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How Vollers Makes Their Corsets: A Factory Tour!

Welcome to the detailed tour of the corset factory in Portsmouth England from back in 2015, where we’ll see how Vollers Corsets makes their corsets.

A surprising number of tools and attachments used in this video were the same ones used 50 or even nearly 100 years ago, and it’s a bit like walking back in time, seeing how their workroom is optimized to make a simple underbust in as little as a couple of hours.

Don’t let that fool you though – each machine (and the machine’s operator) is specialized for a specific task, and many of their employees and members have been working with Vollers for decades. This means that they are highly skilled at what they do, and it also means they’ve seen how the family-owned brand has grown and changed – and how some parts have stayed the same!

While the various parts of this video were filmed out of order (and several different corsets were being assembled at once, so you may see the corset style change), I’ve tried to organize it here chronologically in order of how a corset would normally be assembled.

If you’d like to skip ahead to any specific part of the assembly process, use the time points below. Enjoy!

  • 0:25 Antique corset patterns
  • 1:25 Cutting the corset patterns
  • 1:40 Corset busks of various lengths
  • 1:45 Cording panels (sent to a processing house)
  • 2:30 Organizing WIP (work in progress) corsets for different orders
  • 3:30 Cutting spiral steel bones to length and adding on U-tips
  • 4:50 Sewing on the boning channels (twin-needle machine)
  • 5:45 Inserting the steel bones
  • 6:00 Installing the busk (both sides)
  • 7:30 Sewing on the binding (single pass using a binding attachment)
  • 8:20 Securing the binding with a bar-tack
  • 8:45 Modesty placket & modesty panel (back flap)
  • 9:50 Inserting eyelets
  • 11:00 Lacing up the finished corset

What parts did you like about the corset assembly process? What parts would you do differently? Leave a comment below!

And click here if you’d like to see the Vollers Corsets Interview, or click here to go to the Vollers website.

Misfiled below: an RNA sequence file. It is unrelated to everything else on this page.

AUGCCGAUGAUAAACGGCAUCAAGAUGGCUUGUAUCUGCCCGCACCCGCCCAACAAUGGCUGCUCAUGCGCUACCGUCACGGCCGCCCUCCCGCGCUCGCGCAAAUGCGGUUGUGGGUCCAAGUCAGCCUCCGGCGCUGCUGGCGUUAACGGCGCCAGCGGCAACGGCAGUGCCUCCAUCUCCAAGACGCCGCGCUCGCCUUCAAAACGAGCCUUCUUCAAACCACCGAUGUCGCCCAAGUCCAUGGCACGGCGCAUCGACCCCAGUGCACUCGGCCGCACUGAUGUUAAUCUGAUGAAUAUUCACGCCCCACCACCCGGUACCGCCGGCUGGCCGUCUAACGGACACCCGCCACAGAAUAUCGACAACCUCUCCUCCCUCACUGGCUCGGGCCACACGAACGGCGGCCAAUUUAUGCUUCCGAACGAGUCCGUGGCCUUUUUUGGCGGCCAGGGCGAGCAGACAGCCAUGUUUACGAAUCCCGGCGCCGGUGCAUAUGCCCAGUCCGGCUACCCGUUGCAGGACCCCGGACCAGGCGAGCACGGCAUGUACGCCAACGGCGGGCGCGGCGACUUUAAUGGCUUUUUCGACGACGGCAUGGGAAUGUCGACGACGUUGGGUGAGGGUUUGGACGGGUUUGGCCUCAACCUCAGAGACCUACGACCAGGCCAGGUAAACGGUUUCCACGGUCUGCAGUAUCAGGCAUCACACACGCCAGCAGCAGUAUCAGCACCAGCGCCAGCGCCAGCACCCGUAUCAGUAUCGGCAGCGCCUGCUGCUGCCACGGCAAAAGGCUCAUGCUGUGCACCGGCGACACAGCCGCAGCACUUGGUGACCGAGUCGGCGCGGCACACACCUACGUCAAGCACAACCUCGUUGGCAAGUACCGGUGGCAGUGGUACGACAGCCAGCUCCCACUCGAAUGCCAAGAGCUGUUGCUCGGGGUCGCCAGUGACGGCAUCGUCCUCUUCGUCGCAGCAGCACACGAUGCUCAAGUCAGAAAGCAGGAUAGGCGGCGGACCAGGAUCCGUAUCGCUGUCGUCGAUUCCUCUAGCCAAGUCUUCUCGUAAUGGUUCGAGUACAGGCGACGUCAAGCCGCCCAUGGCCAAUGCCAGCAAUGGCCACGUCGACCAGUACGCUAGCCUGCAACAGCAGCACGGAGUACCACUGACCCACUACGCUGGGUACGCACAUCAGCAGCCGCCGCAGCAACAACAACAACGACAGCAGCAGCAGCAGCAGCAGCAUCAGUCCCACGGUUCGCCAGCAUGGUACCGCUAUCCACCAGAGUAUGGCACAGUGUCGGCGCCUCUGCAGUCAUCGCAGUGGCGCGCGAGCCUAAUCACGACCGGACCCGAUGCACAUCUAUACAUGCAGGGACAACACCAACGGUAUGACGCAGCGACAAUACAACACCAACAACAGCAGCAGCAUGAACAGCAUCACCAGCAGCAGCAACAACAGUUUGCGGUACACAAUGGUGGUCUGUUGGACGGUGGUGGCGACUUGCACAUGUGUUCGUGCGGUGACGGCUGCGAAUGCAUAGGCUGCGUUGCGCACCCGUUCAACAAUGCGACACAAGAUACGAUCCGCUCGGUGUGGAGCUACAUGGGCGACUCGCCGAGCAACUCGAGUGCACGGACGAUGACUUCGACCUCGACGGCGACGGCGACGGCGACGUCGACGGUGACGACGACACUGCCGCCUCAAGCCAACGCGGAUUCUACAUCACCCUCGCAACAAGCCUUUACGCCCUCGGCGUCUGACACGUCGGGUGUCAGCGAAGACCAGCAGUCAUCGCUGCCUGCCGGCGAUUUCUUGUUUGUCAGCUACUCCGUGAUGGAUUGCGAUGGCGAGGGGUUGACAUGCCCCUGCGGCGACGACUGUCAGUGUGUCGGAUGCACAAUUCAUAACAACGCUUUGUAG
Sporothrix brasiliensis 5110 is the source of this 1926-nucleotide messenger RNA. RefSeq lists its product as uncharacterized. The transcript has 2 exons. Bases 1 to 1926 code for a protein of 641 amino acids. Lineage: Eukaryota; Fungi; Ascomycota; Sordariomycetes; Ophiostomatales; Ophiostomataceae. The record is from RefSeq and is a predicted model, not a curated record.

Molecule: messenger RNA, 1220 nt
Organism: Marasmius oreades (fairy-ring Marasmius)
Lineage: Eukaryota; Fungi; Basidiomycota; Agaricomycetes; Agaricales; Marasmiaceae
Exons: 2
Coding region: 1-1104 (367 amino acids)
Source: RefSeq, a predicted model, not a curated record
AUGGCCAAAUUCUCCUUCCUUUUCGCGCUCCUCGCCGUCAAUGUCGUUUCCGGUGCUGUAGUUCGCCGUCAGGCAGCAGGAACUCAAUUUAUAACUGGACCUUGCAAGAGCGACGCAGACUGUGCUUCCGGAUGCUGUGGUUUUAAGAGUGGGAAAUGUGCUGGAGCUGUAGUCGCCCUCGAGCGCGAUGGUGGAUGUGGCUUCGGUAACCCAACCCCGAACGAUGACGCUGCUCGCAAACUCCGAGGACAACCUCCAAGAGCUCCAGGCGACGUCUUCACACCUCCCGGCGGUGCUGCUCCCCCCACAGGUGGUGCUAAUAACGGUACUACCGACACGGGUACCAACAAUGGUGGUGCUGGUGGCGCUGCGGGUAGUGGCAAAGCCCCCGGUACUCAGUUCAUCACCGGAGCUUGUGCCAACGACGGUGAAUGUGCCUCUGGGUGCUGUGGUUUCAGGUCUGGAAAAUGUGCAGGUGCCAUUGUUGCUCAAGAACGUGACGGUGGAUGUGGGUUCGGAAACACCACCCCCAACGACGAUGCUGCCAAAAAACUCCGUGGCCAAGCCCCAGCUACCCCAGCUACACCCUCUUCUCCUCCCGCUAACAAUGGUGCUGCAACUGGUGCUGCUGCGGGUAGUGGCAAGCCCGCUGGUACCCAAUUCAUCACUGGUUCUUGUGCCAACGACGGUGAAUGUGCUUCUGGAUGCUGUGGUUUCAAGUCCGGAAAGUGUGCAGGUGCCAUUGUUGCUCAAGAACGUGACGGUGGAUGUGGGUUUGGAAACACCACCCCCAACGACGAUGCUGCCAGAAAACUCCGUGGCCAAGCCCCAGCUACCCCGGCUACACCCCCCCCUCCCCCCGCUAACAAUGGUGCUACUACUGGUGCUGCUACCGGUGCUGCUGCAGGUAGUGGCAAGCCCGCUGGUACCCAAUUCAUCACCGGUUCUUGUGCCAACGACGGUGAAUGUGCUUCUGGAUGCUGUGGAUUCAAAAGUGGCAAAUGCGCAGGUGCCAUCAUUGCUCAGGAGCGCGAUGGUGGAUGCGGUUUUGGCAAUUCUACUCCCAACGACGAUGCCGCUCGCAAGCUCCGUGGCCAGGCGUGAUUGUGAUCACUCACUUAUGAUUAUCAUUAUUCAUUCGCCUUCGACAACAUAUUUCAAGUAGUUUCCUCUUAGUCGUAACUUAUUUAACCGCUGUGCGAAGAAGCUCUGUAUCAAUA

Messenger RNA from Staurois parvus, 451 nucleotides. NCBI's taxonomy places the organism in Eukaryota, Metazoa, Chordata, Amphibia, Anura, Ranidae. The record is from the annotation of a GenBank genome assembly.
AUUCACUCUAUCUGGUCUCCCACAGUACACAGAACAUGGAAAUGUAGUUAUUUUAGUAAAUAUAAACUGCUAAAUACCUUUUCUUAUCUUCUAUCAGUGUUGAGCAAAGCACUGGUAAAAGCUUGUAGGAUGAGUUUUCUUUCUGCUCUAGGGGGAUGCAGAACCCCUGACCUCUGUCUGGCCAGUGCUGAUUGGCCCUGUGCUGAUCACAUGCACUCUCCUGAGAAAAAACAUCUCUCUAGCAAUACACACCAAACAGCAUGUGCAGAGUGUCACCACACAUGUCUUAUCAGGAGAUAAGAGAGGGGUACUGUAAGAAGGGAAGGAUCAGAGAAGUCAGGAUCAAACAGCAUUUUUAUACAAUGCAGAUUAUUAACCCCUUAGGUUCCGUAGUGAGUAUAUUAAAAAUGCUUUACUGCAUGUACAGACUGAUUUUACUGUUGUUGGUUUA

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Interview with Vollers Corsets (Ian & Corina Voller)

In September of 2015, after attending the Oxford Conference of Corsetry, Ian and Corina Voller (Vollers Corsets) invited me to stay with them for a few days and see their factory in Portsmouth, England. They are the current owners of the longest surviving corset manufacturer in England, and it was incredible to see how their facilities and their company has evolved over time – and what values have stayed the same.

See the interview below, and use the timestamps below the video to jump ahead in the video if certain questions interest you more.

0:55 Tell us how you got started. I understand that Vollers was first launched by Harry and Nelly Voller in 1899 – do you know why they had such an interest in corsets at the turn of the century?

3:50 During wartime or around the 70s and 80s when the corset was less popular, how did your factory stay up and running? Do you manufacture anything else here apart from corsets?

6:50 How have your patterns and styles changed over the years? Do you have any corsets to compare then vs now?

8:20 What do you think about the recent corset revival in the past several years? Have you needed to make any changes to cater to the new clientele, for instance those interested in waist training?

10:05 Since your company has survived for so long and has a long-term view of the corset industry, what do you think will happen next?

11:00 Tell us a bit about your employees and how the construction process is run smoothly. How are tasks assigned?

13:20 How many hours does it take to create a single underbust corset in your factory, and how many hands does it pass through?

15:20 What is your favorite part about working in corsetry? What is your least favorite aspect (the most boring task, or a certain pet peeve about the industry)?

16:25 Who is your target market? Who do you love to sell to?

19:30 Is there anything else you’d like to say?

Huge thanks to Corina and Ian Voller for hosting me for a few days, giving a tour around the factory, and agreeing to sit down for this interview! Readers can learn more about Vollers Corsets on their website.